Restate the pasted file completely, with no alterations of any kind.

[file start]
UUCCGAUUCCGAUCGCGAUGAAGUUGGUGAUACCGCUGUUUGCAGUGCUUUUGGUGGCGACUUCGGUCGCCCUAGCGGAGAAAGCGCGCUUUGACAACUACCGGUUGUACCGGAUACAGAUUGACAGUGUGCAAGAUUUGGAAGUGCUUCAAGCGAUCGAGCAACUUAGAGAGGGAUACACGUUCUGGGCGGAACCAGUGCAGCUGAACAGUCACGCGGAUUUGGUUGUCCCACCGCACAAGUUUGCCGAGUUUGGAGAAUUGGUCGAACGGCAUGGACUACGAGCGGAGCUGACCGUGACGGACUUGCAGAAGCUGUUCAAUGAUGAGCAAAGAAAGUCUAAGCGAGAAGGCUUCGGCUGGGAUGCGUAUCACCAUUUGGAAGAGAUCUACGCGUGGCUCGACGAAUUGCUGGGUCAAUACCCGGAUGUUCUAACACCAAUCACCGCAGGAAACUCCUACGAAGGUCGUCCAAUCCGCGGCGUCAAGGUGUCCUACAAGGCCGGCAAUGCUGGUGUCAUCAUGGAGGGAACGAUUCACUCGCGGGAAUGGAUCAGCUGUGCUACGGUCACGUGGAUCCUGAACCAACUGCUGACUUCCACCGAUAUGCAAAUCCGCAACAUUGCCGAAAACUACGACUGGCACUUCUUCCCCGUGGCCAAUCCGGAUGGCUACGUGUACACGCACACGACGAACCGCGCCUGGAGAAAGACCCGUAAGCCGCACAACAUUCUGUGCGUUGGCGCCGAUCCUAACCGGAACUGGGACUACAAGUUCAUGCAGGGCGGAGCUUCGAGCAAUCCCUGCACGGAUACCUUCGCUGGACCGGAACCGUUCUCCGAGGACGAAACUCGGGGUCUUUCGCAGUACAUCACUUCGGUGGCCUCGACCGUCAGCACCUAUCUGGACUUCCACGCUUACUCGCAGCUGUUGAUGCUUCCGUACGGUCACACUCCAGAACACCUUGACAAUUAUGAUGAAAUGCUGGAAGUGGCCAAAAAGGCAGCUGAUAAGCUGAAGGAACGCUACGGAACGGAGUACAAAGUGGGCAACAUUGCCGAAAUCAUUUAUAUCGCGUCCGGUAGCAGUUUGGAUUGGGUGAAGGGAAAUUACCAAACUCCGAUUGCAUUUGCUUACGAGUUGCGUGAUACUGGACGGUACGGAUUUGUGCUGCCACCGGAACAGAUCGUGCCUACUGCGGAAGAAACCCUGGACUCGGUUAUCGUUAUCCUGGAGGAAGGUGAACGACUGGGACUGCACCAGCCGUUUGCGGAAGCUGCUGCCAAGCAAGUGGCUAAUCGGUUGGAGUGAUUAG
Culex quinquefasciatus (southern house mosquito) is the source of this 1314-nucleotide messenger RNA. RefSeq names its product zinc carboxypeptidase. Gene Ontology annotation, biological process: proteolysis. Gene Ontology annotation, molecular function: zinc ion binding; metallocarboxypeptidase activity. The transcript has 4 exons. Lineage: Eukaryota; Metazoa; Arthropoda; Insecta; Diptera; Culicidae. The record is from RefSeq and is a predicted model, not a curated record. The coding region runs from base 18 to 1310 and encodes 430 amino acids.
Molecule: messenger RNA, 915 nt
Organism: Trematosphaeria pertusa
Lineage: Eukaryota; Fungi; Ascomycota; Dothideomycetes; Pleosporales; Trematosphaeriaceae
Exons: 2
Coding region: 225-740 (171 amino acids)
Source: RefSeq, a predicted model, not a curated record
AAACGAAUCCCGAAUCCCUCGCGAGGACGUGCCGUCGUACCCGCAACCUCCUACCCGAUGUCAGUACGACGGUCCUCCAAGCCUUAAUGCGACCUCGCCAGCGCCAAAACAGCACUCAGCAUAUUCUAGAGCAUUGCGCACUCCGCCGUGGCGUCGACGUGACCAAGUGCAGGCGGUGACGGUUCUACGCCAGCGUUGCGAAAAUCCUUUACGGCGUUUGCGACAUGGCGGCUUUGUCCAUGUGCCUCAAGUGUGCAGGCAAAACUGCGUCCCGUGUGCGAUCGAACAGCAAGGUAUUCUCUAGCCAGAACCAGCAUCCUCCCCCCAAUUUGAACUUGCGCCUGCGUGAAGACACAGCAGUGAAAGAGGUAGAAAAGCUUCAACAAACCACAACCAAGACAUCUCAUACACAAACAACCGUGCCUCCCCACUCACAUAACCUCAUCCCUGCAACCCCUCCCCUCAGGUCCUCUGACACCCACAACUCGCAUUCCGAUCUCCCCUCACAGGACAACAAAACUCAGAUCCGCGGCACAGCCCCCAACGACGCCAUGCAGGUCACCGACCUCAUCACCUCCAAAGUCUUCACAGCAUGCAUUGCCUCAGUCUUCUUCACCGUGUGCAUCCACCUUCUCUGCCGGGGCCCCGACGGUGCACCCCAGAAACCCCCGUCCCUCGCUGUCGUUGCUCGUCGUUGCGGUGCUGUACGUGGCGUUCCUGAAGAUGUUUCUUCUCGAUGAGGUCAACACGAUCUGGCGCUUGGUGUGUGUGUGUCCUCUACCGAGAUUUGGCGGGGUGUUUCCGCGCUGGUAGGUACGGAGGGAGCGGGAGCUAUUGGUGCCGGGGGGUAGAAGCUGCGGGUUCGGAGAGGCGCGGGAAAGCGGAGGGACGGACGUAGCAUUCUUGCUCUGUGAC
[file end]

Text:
UUCCGAUUCCGAUCGCGAUGAAGUUGGUGAUACCGCUGUUUGCAGUGCUUUUGGUGGCGACUUCGGUCGCCCUAGCGGAGAAAGCGCGCUUUGACAACUACCGGUUGUACCGGAUACAGAUUGACAGUGUGCAAGAUUUGGAAGUGCUUCAAGCGAUCGAGCAACUUAGAGAGGGAUACACGUUCUGGGCGGAACCAGUGCAGCUGAACAGUCACGCGGAUUUGGUUGUCCCACCGCACAAGUUUGCCGAGUUUGGAGAAUUGGUCGAACGGCAUGGACUACGAGCGGAGCUGACCGUGACGGACUUGCAGAAGCUGUUCAAUGAUGAGCAAAGAAAGUCUAAGCGAGAAGGCUUCGGCUGGGAUGCGUAUCACCAUUUGGAAGAGAUCUACGCGUGGCUCGACGAAUUGCUGGGUCAAUACCCGGAUGUUCUAACACCAAUCACCGCAGGAAACUCCUACGAAGGUCGUCCAAUCCGCGGCGUCAAGGUGUCCUACAAGGCCGGCAAUGCUGGUGUCAUCAUGGAGGGAACGAUUCACUCGCGGGAAUGGAUCAGCUGUGCUACGGUCACGUGGAUCCUGAACCAACUGCUGACUUCCACCGAUAUGCAAAUCCGCAACAUUGCCGAAAACUACGACUGGCACUUCUUCCCCGUGGCCAAUCCGGAUGGCUACGUGUACACGCACACGACGAACCGCGCCUGGAGAAAGACCCGUAAGCCGCACAACAUUCUGUGCGUUGGCGCCGAUCCUAACCGGAACUGGGACUACAAGUUCAUGCAGGGCGGAGCUUCGAGCAAUCCCUGCACGGAUACCUUCGCUGGACCGGAACCGUUCUCCGAGGACGAAACUCGGGGUCUUUCGCAGUACAUCACUUCGGUGGCCUCGACCGUCAGCACCUAUCUGGACUUCCACGCUUACUCGCAGCUGUUGAUGCUUCCGUACGGUCACACUCCAGAACACCUUGACAAUUAUGAUGAAAUGCUGGAAGUGGCCAAAAAGGCAGCUGAUAAGCUGAAGGAACGCUACGGAACGGAGUACAAAGUGGGCAACAUUGCCGAAAUCAUUUAUAUCGCGUCCGGUAGCAGUUUGGAUUGGGUGAAGGGAAAUUACCAAACUCCGAUUGCAUUUGCUUACGAGUUGCGUGAUACUGGACGGUACGGAUUUGUGCUGCCACCGGAACAGAUCGUGCCUACUGCGGAAGAAACCCUGGACUCGGUUAUCGUUAUCCUGGAGGAAGGUGAACGACUGGGACUGCACCAGCCGUUUGCGGAAGCUGCUGCCAAGCAAGUGGCUAAUCGGUUGGAGUGAUUAG
Culex quinquefasciatus (southern house mosquito) is the source of this 1314-nucleotide messenger RNA. RefSeq names its product zinc carboxypeptidase. Gene Ontology annotation, biological process: proteolysis. Gene Ontology annotation, molecular function: zinc ion binding; metallocarboxypeptidase activity. The transcript has 4 exons. Lineage: Eukaryota; Metazoa; Arthropoda; Insecta; Diptera; Culicidae. The record is from RefSeq and is a predicted model, not a curated record. The coding region runs from base 18 to 1310 and encodes 430 amino acids.
Molecule: messenger RNA, 915 nt
Organism: Trematosphaeria pertusa
Lineage: Eukaryota; Fungi; Ascomycota; Dothideomycetes; Pleosporales; Trematosphaeriaceae
Exons: 2
Coding region: 225-740 (171 amino acids)
Source: RefSeq, a predicted model, not a curated record
AAACGAAUCCCGAAUCCCUCGCGAGGACGUGCCGUCGUACCCGCAACCUCCUACCCGAUGUCAGUACGACGGUCCUCCAAGCCUUAAUGCGACCUCGCCAGCGCCAAAACAGCACUCAGCAUAUUCUAGAGCAUUGCGCACUCCGCCGUGGCGUCGACGUGACCAAGUGCAGGCGGUGACGGUUCUACGCCAGCGUUGCGAAAAUCCUUUACGGCGUUUGCGACAUGGCGGCUUUGUCCAUGUGCCUCAAGUGUGCAGGCAAAACUGCGUCCCGUGUGCGAUCGAACAGCAAGGUAUUCUCUAGCCAGAACCAGCAUCCUCCCCCCAAUUUGAACUUGCGCCUGCGUGAAGACACAGCAGUGAAAGAGGUAGAAAAGCUUCAACAAACCACAACCAAGACAUCUCAUACACAAACAACCGUGCCUCCCCACUCACAUAACCUCAUCCCUGCAACCCCUCCCCUCAGGUCCUCUGACACCCACAACUCGCAUUCCGAUCUCCCCUCACAGGACAACAAAACUCAGAUCCGCGGCACAGCCCCCAACGACGCCAUGCAGGUCACCGACCUCAUCACCUCCAAAGUCUUCACAGCAUGCAUUGCCUCAGUCUUCUUCACCGUGUGCAUCCACCUUCUCUGCCGGGGCCCCGACGGUGCACCCCAGAAACCCCCGUCCCUCGCUGUCGUUGCUCGUCGUUGCGGUGCUGUACGUGGCGUUCCUGAAGAUGUUUCUUCUCGAUGAGGUCAACACGAUCUGGCGCUUGGUGUGUGUGUGUCCUCUACCGAGAUUUGGCGGGGUGUUUCCGCGCUGGUAGGUACGGAGGGAGCGGGAGCUAUUGGUGCCGGGGGGUAGAAGCUGCGGGUUCGGAGAGGCGCGGGAAAGCGGAGGGACGGACGUAGCAUUCUUGCUCUGUGAC